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Addressing social determinants of health may improve emergency department utilization after firearm violence
  1. Randi N Smith1,
  2. Patrice Sarumi2,
  3. Christine Castater3
  1. 1Emory University School of Medicine, Atlanta, GA, USA
  2. 2Grady Memorial Hospital, Atlanta, Georgia, USA
  3. 3Morehouse School of Medicine, Atlanta, Georgia, USA
  1. Correspondence to Dr Randi N Smith; randi.smith{at}emory.edu

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Interpersonal firearm violence (FV) is a pervasive, preventable public health problem disproportionately affecting minoritized and marginalized youth, particularly black and Latinx populations living in socioeconomically deprived neighborhoods.1 2 Each year in the USA, over 48 000 people die and 120 000 are injured by firearms equating to nearly 1.42 million years of potential life lost and over $229 billion.3–5 While the distribution of costs for FV is highest during the index hospitalization, subsequent disability, lost wages, emergency department (ED) utilization and need for readmission also heavily contribute to the overall total. Understanding the root causes of FV requires a critical look into social risk factors. Unfortunately, this task has proven challenging; time, staff shortages, resource limitations, patient reluctance and trust issues, and lack of guidance are several barriers that prevent effective screening of social risks in patients impacted by FV.6

Campbell et al sought to analyze factors associated with ED utilization within 2 weeks after discharge in individuals injured by FV by assessing social determinants of health (SDOH).7 A convenience sample of 100 FV patients who required hospitalization were stratified into two groups—ED utilizers and non-utilizers—and their social risks compared. Financial strain, health literacy/ineffective communication of discharge instructions, and lack of primary care physician were among the factors that influenced return. In most cases, ED utilization did not culminate in hospital readmission which infers that addressing SDOH in the outpatient setting could have eliminated the need for return, thereby improving care and reducing hospital costs.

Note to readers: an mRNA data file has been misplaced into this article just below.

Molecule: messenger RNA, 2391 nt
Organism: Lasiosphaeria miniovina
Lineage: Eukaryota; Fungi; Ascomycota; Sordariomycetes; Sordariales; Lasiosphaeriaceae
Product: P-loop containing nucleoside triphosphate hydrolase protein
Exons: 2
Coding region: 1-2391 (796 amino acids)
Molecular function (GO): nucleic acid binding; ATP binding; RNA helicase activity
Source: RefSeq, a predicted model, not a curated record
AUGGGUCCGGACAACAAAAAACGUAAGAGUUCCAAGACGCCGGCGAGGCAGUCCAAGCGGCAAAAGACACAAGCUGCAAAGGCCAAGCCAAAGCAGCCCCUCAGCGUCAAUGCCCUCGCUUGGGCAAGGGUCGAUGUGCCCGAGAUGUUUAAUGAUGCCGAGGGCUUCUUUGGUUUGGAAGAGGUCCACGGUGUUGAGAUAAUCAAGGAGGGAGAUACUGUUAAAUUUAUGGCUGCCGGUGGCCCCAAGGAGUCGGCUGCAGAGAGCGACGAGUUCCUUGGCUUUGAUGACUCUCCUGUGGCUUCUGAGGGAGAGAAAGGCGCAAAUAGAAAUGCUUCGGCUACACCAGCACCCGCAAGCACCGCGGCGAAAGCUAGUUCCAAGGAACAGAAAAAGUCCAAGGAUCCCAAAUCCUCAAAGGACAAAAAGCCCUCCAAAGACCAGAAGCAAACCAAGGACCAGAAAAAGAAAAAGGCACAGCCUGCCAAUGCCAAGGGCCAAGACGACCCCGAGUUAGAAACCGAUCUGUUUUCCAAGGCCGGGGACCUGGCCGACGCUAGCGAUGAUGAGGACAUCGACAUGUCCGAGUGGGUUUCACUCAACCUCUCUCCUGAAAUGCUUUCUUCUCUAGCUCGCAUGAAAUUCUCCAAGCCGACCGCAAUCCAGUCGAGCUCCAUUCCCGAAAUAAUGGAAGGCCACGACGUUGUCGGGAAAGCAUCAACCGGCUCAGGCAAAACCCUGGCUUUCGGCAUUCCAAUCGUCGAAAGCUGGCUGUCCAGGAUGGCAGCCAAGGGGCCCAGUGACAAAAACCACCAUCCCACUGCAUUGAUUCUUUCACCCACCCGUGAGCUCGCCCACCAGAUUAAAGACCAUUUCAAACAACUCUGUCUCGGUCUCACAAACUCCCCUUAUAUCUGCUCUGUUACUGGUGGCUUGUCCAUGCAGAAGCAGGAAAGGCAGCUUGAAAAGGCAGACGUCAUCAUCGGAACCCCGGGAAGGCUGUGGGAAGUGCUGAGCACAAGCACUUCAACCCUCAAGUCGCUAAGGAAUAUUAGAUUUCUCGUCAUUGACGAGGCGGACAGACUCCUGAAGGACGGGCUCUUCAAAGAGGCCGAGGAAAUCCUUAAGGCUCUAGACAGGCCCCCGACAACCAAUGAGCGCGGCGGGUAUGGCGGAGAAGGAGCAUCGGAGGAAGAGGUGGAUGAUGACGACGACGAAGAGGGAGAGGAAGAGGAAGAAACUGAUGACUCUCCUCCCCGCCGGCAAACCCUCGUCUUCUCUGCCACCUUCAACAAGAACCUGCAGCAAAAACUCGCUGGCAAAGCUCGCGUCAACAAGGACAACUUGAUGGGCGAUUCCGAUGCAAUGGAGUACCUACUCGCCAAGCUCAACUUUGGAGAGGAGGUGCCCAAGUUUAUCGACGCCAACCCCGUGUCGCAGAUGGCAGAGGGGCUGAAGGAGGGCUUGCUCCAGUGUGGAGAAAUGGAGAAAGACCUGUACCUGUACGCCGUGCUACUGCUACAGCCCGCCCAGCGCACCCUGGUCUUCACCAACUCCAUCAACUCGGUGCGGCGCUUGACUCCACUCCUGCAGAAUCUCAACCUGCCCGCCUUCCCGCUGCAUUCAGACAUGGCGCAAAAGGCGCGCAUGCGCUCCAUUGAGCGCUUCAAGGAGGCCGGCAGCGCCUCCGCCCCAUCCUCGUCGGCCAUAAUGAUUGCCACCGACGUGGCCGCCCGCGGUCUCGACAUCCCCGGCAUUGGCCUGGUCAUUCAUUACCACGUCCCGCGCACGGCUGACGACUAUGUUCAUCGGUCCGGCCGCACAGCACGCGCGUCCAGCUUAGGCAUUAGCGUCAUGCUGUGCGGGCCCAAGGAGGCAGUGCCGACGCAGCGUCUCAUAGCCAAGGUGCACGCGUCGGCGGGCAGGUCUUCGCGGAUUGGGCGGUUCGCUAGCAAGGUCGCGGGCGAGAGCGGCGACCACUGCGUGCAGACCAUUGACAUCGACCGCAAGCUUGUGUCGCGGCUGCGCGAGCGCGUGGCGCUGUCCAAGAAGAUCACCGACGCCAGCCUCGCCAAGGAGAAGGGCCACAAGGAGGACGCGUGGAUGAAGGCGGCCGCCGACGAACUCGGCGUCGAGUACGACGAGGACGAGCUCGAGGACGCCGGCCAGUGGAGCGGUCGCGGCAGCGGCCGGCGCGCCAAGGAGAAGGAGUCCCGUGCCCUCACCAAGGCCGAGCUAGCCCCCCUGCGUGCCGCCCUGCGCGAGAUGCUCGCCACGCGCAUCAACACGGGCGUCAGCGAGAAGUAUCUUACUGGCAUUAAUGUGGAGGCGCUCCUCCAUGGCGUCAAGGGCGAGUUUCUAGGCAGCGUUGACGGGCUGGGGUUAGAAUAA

Beginning in January 2024, the Centers for Medicare & Medicaid Services began requiring screening for five social risk drivers that impact health and outcomes. The five categories include interpersonal safety, food insecurity, housing insecurity, transportation insecurity, and utilities. With increased frequency, it is being recognized that a complex interplay of socioeconomic and structural factors, cultural influences, and individual health behaviors exist and are key influencers of health outcomes.

Equitable healthcare delivery, therefore, requires that surgeons incorporate social care into surgical care for individuals impacted by FV and for all trauma patients. Addressing SDOH requires multilevel approaches where injured individuals receive care and resources while, in parallel, investments in communities and system-level policy changes aim to eliminate structural inequities and reduce health disparities. By implementing comprehensive SDOH screening and providing appropriate community-based interventions, healthcare providers can help mitigate the conditions that contribute to FV and improve the health, safety and well-being for all.

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  • X @grannysurgeon

  • Contributors All authors contributed to the conception, writing and editing of the article.

  • Funding The authors have not declared a specific grant for this research from any funding agency in the public, commercial or not-for-profit sectors.

  • Competing interests None declared.

  • Provenance and peer review Commissioned; internally peer reviewed.

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